It would be easy to assume that Itheist’s music is based on hatred; after all, the duo’s self-titled debut album is steeped in the ritual darkness of orthodox black metal, which is itself a scene closely associated with nihilism and the darker side of humanity. Furthermore, there’s clear musical comparisons to be made to that scene, with the album being built upon foundation of a blasphemous, religious atmosphere and blasting black metal. Yet Itheist also tap into the more forward-thinking and adventurous spirit of bands such as Ulcerate and Akercocke, who themselves explore themes beyond simple hatred. It makes this an album that is as interesting as it is hard-hitting, that espouses not so much a sense of hatred, but a sense of personal empowerment through the lens of Satanism.
Not that all of this may be clear upon first listen. Itheist is an album that has a lot going on at any one point, and early listens can feel bewildering. It takes some time for the album to begin to make sense and show its strengths, but once it does, it shows itself to be something quite remarkable. A melodic sensibility runs throughout, providing a sense of contrast to the more aggressive, blasting sections and overall sense of dissonance, something which is often lacking in this strain of extreme metal, serving to keep the music interesting and impactful.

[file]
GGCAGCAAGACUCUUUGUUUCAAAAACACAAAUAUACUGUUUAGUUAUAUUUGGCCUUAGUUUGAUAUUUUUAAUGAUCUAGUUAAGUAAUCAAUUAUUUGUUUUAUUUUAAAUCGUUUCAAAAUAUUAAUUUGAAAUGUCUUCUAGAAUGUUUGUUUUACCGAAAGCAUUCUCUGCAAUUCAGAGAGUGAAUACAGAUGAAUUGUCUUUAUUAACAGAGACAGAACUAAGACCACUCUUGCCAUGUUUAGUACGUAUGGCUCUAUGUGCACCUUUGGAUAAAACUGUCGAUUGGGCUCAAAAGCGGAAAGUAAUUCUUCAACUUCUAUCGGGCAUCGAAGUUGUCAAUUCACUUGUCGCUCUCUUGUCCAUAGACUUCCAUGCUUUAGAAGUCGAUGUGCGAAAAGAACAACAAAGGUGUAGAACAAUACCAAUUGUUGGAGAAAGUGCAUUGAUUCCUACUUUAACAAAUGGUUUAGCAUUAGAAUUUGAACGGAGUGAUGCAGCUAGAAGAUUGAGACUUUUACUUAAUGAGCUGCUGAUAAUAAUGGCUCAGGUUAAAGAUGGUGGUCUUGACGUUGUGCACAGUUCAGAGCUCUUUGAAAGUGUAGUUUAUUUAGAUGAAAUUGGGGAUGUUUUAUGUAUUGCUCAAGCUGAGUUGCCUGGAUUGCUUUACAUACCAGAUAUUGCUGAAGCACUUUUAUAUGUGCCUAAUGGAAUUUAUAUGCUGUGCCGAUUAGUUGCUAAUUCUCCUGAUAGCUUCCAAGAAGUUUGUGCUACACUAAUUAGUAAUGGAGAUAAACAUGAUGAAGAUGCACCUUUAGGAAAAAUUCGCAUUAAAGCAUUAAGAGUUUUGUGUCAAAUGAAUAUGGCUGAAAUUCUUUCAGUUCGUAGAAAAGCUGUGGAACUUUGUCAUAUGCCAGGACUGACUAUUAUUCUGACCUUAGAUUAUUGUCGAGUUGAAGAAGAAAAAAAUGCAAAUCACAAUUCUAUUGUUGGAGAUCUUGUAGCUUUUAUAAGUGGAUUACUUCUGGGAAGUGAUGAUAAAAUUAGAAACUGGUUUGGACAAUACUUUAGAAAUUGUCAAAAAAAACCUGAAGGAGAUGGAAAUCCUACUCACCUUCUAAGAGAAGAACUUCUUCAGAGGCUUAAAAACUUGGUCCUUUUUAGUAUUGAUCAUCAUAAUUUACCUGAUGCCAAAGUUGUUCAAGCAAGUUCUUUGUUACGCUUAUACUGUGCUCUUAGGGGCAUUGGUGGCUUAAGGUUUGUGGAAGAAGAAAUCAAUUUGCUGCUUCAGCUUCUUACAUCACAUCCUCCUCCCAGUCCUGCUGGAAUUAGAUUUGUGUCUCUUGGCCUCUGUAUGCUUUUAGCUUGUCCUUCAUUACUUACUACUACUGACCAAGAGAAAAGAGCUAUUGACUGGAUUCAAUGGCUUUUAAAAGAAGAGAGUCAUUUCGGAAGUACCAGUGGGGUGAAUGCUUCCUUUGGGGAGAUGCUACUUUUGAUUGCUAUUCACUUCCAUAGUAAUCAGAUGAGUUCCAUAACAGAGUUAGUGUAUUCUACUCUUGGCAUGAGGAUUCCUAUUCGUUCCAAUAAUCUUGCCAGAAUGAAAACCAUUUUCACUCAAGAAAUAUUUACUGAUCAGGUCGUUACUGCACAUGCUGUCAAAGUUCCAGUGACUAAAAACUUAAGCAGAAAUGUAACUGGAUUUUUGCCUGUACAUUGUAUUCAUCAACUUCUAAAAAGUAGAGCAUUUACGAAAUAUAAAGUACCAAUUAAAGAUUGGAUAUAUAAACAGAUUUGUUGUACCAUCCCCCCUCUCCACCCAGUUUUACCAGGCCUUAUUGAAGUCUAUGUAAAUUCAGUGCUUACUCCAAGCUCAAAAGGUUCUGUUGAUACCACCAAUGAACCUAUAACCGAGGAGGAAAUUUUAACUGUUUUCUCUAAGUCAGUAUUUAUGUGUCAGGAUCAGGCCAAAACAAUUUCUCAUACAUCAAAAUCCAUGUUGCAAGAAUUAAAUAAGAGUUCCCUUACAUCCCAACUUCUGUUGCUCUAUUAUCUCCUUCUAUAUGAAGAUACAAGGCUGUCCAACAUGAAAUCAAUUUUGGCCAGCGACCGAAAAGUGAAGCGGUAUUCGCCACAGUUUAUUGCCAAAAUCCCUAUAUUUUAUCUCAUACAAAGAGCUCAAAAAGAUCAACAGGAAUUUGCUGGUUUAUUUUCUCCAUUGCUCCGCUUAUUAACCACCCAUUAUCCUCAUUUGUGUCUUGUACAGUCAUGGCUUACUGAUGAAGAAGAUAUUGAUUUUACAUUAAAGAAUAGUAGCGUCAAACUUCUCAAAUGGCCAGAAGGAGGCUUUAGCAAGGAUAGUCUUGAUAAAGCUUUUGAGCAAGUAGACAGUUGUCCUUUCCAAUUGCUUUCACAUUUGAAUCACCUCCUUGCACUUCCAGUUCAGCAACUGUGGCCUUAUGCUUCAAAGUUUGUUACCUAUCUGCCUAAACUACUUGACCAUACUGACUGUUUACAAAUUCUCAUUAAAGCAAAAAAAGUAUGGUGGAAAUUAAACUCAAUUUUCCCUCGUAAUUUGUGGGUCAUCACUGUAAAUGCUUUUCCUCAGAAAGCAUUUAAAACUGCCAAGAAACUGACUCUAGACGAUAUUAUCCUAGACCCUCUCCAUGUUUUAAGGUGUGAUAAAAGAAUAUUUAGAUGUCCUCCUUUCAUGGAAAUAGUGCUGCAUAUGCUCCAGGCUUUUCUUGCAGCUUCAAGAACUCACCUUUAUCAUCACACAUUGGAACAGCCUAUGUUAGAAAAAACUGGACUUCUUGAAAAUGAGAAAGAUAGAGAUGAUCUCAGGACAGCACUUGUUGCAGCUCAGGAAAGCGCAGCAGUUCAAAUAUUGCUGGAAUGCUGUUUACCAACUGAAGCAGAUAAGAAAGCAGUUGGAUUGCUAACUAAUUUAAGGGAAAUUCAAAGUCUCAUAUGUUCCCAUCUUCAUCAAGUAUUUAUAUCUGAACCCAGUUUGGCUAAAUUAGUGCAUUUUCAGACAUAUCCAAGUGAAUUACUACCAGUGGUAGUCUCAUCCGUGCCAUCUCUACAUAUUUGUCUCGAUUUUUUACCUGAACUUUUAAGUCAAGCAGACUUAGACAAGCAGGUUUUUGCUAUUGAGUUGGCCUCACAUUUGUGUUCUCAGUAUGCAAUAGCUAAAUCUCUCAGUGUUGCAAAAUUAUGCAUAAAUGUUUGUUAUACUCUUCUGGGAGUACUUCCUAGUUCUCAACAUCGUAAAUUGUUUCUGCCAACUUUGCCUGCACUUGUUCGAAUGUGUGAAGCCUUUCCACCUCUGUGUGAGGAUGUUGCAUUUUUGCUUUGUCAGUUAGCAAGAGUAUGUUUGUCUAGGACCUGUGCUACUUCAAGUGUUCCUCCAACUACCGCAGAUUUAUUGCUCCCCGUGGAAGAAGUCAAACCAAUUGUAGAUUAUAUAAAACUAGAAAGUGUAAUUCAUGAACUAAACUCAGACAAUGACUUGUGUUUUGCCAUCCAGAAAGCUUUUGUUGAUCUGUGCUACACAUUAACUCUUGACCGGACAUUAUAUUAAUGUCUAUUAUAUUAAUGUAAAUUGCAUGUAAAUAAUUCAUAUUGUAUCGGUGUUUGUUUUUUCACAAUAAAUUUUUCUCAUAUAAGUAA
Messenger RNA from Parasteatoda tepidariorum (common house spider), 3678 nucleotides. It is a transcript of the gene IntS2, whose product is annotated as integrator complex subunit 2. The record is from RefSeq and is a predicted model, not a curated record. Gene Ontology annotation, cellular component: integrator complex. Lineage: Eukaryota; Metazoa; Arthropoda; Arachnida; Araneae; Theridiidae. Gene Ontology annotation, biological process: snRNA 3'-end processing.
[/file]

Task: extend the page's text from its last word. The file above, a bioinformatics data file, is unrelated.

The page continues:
Itheist may not be the most immediate of albums, but if you’re willing to put the time in, then it more than rewards such efforts. It is an album of distinctive character, that looks beyond the commonly accepted boundaries of what black metal can or should be, whilst still staying true to the spirit of the genre. Hypnotic, muscular, and forceful, this is black metal as self-empowerment.
Itheist is available now and can be purchased here.
Words: Stuart Wain